Meet Our Local Bats

The validation of the 2021 results of the Bailiwick Bat Survey confirmed the presence of 12 bat species in the Bailiwick

Common Pipistrelle (Pipistrellus pipistrellus)

The common pipistrelle bat is very small weighing around 5 grams which is the same as a 20p piece. Despite their size however, a single pipistrelle can eat 3,000 tiny insects in just one night! 

Pipistrelles are the most common and widespread of all British bat species. There are two very similar species, the common pipistrelle and soprano pipistrelle. Common Pipistrelles are abundant in the Bailiwick and Soprano are only known from a few autumn records in Alderney. Pipistrelles are the bats that you are most likely to see. They appear fast and jerky in flight as they dodge around pursuing small insects which they catch and eat on the wing.

Common pipistrelles feed in a wide range of habitats comprising woodland, hedgerows, grassland, farmland and urban areas. They generally emerge from their roost around 20 minutes after sunset and fly 2-10m above ground level searching for their insect prey. They feed mainly on a wide range of small flies as well as the aquatic midges and mosquitos. This species roosts in tree holes and crevices but also in bat boxes.

© Daniel Hargreaves

Grey Long-eared Bat (Plecotus austriacus)

In the UK, Grey Long-eared Bats are very rare bats found only in a few places in southern England. However in the Bailiwick, Grey Long-eared Bat is the most common and widespread long-eared bat species on the islands.

It can be very difficult to distinguish the Grey Long-eared from the Brown Long-eared Bat. The most reliable distinguishing features between Brown and Grey are dorsal hair colour, the length of the thumb, the ratio of the length of the thumb to the length of the forearm, the width of the tragus, and face colour (pinkish- brown in the Brown Long-eared) and shape (Grey Long-eared have a longer and darker muzzle).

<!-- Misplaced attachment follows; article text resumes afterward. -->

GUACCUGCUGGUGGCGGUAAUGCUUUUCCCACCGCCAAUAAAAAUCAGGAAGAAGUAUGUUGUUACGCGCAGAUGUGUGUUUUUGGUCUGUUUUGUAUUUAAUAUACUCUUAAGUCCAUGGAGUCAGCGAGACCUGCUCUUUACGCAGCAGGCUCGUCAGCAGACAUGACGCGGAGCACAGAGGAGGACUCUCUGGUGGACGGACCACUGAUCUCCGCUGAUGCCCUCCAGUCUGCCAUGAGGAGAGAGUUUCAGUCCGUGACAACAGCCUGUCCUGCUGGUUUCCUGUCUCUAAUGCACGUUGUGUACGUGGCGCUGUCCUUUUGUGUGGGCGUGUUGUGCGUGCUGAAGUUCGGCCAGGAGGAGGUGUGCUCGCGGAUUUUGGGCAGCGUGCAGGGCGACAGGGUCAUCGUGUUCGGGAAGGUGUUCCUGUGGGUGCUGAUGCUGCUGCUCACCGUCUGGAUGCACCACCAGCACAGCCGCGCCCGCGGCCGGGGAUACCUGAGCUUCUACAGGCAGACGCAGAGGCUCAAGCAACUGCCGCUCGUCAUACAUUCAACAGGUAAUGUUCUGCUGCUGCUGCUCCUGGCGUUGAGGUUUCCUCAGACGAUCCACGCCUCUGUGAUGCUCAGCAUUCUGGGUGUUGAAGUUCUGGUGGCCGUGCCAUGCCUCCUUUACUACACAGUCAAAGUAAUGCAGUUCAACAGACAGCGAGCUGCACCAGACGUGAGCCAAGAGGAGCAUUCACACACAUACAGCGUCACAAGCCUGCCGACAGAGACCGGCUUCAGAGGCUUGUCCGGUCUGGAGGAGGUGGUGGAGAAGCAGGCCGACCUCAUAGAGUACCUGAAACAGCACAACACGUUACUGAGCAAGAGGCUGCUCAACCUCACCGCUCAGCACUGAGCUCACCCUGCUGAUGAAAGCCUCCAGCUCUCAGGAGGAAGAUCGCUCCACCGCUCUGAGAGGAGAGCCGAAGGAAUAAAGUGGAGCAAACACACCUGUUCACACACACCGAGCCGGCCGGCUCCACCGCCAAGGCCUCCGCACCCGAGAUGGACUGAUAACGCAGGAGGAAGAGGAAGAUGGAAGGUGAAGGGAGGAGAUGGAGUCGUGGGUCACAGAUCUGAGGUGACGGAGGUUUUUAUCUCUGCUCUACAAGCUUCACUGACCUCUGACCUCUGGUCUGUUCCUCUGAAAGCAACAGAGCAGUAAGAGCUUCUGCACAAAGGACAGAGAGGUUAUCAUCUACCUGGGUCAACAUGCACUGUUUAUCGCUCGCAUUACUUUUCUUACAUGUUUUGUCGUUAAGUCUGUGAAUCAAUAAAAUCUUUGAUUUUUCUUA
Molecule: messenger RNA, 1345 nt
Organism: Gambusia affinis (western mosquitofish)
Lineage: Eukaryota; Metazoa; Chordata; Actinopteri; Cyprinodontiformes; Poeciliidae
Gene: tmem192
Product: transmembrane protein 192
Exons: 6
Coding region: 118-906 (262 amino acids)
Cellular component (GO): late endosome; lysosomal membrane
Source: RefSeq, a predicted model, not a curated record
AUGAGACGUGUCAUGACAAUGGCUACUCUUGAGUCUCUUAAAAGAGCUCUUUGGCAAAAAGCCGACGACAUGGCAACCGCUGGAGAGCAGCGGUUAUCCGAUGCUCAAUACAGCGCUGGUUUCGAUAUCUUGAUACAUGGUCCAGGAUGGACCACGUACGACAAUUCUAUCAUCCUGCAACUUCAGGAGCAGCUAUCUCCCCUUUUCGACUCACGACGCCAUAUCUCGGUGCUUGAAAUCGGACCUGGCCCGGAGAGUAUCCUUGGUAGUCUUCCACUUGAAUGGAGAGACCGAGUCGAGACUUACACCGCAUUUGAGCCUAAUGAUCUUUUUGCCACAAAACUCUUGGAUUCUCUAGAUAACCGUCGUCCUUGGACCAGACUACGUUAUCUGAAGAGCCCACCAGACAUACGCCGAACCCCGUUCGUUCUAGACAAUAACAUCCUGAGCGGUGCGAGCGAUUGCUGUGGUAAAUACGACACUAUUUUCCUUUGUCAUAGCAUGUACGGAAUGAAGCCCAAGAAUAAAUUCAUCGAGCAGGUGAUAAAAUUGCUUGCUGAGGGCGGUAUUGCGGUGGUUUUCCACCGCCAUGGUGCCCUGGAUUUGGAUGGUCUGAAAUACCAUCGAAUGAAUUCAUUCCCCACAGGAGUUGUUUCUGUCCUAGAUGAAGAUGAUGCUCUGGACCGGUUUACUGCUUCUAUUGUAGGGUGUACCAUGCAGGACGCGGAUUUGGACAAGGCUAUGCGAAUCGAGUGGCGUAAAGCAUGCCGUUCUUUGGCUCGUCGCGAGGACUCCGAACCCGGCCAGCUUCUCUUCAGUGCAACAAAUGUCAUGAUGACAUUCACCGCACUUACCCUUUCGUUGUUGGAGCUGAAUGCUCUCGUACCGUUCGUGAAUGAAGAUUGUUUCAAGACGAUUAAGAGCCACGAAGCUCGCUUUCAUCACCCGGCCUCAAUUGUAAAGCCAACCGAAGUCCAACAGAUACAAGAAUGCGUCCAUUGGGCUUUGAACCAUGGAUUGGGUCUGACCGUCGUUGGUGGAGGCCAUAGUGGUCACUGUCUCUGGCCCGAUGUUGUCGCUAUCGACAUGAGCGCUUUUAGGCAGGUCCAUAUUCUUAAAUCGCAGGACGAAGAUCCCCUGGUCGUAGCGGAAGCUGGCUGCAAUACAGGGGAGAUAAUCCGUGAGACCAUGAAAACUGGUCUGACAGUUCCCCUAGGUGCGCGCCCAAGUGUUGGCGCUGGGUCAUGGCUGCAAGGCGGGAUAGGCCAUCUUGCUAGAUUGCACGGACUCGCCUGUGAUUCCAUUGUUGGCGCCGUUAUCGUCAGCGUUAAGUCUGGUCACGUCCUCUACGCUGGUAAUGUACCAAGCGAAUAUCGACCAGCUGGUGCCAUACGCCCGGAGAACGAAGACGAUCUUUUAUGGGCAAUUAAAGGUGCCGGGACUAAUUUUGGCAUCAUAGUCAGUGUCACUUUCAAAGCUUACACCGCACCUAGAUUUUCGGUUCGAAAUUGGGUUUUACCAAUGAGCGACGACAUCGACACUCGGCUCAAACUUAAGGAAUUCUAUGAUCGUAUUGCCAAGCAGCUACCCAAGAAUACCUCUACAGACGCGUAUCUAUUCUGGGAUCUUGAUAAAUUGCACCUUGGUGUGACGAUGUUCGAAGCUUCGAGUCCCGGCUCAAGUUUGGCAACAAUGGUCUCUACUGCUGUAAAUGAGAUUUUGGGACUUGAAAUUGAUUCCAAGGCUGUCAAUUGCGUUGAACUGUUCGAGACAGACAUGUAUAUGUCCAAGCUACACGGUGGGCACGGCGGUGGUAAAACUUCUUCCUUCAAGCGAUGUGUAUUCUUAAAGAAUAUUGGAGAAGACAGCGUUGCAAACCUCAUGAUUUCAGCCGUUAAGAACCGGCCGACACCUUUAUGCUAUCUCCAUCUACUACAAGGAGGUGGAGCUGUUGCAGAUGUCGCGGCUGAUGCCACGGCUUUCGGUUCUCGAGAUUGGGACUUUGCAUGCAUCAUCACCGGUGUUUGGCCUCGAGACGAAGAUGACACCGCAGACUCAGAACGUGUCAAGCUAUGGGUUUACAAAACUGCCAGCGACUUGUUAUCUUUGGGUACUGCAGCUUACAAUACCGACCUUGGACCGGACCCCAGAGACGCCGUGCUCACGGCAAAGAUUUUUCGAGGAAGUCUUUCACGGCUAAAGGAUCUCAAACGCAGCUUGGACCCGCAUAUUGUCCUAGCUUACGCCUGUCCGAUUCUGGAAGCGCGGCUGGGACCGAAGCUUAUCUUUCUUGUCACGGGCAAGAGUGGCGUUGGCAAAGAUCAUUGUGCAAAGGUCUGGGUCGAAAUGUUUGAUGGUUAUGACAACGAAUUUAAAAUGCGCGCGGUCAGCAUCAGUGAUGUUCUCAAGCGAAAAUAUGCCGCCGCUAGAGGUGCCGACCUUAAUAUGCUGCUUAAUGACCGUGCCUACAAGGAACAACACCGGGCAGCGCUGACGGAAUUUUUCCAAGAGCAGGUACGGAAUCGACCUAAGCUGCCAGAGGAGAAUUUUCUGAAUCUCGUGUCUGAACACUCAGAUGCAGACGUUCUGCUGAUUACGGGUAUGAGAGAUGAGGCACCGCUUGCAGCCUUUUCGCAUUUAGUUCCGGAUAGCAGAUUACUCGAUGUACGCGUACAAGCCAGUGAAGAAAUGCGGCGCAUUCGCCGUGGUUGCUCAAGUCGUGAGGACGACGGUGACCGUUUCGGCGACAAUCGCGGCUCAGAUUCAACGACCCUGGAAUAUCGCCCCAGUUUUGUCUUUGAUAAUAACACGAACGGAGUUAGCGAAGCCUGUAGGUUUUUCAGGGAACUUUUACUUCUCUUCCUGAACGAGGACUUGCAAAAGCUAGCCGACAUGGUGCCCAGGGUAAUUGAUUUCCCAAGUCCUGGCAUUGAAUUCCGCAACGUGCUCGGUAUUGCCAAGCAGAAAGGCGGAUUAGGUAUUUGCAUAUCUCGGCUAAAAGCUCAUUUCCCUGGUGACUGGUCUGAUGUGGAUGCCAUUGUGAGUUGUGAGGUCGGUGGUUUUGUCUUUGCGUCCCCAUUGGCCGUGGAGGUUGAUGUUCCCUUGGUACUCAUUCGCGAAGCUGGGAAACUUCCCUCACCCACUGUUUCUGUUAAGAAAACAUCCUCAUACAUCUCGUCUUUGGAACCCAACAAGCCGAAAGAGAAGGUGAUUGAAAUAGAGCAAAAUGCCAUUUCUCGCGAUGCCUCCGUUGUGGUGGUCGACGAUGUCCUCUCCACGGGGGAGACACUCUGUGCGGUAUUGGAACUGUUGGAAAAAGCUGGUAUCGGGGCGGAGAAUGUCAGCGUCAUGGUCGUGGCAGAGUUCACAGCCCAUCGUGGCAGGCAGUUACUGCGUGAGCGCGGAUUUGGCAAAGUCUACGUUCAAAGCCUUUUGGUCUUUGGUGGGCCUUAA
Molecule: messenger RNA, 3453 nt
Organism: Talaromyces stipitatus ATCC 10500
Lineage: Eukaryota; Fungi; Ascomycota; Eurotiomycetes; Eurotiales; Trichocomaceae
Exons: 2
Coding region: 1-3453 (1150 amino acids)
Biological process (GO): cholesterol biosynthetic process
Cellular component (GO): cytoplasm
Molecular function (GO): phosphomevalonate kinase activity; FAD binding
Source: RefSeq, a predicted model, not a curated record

A Grey Long-eared Bat’s ears are nearly as long as their body but are not always obvious; when at rest they curl their ears back like ram’s horns or tuck them away completely under their wings leaving only the pointed inner lobe of the ear visible. This bat is generally a little larger than the Brown Long-eared Bat, and has a dark face.

This species emerges in darkness and is a very skilful flier. They feed on moths, crane flies and small beetles. Relatively little is known about the habitat use of the Grey Long-eared Bat. Recent studies show that they tend to forage over meadows, grasslands, gardens and near forest edges, up to 6 km away from the roost. Long-eared bats are most often found in older houses with large open roof voids which allow the bats to fly around in the roof.

© Daniel Hargreaves

Brown Long-eared Bat (Plecotus auratus)

Brown Long-eared Bats are medium sized and, like the Grey Long-eared Bats, their ears are nearly as long as their bodies but this is not always obvious as when they rest they curl their ears back like rams’ horns, or tuck them away completely under their wings leaving only the pointed inner lobe of the ear visible. Their ears provide exceptionally sensitive hearing, and it can even hear a ladybird walking on a leaf!

As well as catching insects in free flight, Brown Long-eared Bats are gleaners, often flying slowly amongst foliage, picking insects off leaves and bark. Sometimes they land on the ground to catch insects or to shift them into a controllable position in their mouth. They are even able to take insects from lighted windows. Their diet consists of moths, beetles, flies, earwigs and spiders. Their habit of flying close to the ground, or even landing to tackle prey, makes long-eared bats vulnerable to attack by predators such as cats.

Summer roosts are usually located in older buildings, barns, churches and trees. Winter roosts tend to be found in caves, tunnels and occasionally even trees and buildings.